Sunday, September 18, 2011

The Poetry of Stephen Crane

Writing in The New Criterion, Michael Dirda on the amazing Stephen Crane. An excerpt:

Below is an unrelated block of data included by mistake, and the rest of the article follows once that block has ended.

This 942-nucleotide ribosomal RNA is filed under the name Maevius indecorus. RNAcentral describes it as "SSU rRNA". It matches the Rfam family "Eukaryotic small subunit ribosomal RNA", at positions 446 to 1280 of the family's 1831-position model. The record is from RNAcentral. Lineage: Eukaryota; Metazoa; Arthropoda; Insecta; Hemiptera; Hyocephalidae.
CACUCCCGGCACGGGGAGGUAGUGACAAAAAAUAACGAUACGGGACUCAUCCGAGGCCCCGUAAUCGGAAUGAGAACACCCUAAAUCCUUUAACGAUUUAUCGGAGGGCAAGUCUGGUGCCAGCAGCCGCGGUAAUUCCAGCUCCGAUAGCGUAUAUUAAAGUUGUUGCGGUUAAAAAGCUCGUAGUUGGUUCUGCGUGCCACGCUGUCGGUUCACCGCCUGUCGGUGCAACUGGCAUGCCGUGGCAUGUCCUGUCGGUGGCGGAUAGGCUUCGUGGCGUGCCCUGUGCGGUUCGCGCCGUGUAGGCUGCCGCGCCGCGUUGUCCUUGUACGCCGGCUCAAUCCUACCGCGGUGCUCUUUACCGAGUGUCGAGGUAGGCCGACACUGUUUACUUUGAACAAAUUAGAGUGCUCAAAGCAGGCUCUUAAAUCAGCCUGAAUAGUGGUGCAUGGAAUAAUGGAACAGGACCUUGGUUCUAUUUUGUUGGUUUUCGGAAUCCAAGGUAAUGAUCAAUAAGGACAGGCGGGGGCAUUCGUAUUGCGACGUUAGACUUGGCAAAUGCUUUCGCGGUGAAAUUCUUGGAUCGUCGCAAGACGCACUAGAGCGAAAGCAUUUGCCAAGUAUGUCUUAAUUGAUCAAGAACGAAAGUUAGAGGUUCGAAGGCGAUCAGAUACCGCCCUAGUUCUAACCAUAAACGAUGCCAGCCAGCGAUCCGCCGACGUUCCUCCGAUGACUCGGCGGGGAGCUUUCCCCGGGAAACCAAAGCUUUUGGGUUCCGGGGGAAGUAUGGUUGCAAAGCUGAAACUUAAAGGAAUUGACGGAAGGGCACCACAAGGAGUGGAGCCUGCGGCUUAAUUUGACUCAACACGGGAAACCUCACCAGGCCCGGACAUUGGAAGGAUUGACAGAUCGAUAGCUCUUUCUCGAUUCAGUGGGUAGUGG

Though he died at twenty-eight from tuberculosis, Crane packed an enormous amount into a short life. His father was an eminent clergyman and he grew up in a Methodist family; the Bible seems to have been the chief reading of the household. At Lafayette College and Syracuse University, from neither of which he graduated, Crane preferred playing baseball to studying. After he became a young reporter, he quickly adopted the dashing, romantic life expected of a newspaperman. He wrote about the slums and slept in a New York flophouse, traveled out to the still wild west, escaped pursuit from Mexican bandits, nearly drowned after a shipwreck off the coast of Florida, covered civil unrest in Cuba and war in Greece, and even entered into a common-law marriage with the former madam of the Hotel de Dream bordello, eventually settling down with her in a country house in England. At Brede Place, his neighbors and admirers included Henry James, Joseph Conrad, Ford Madox Ford, and, not least, H. G. Wells, who, in his novel Boon, declared that Crane was “the best writer of English for the last half century.”

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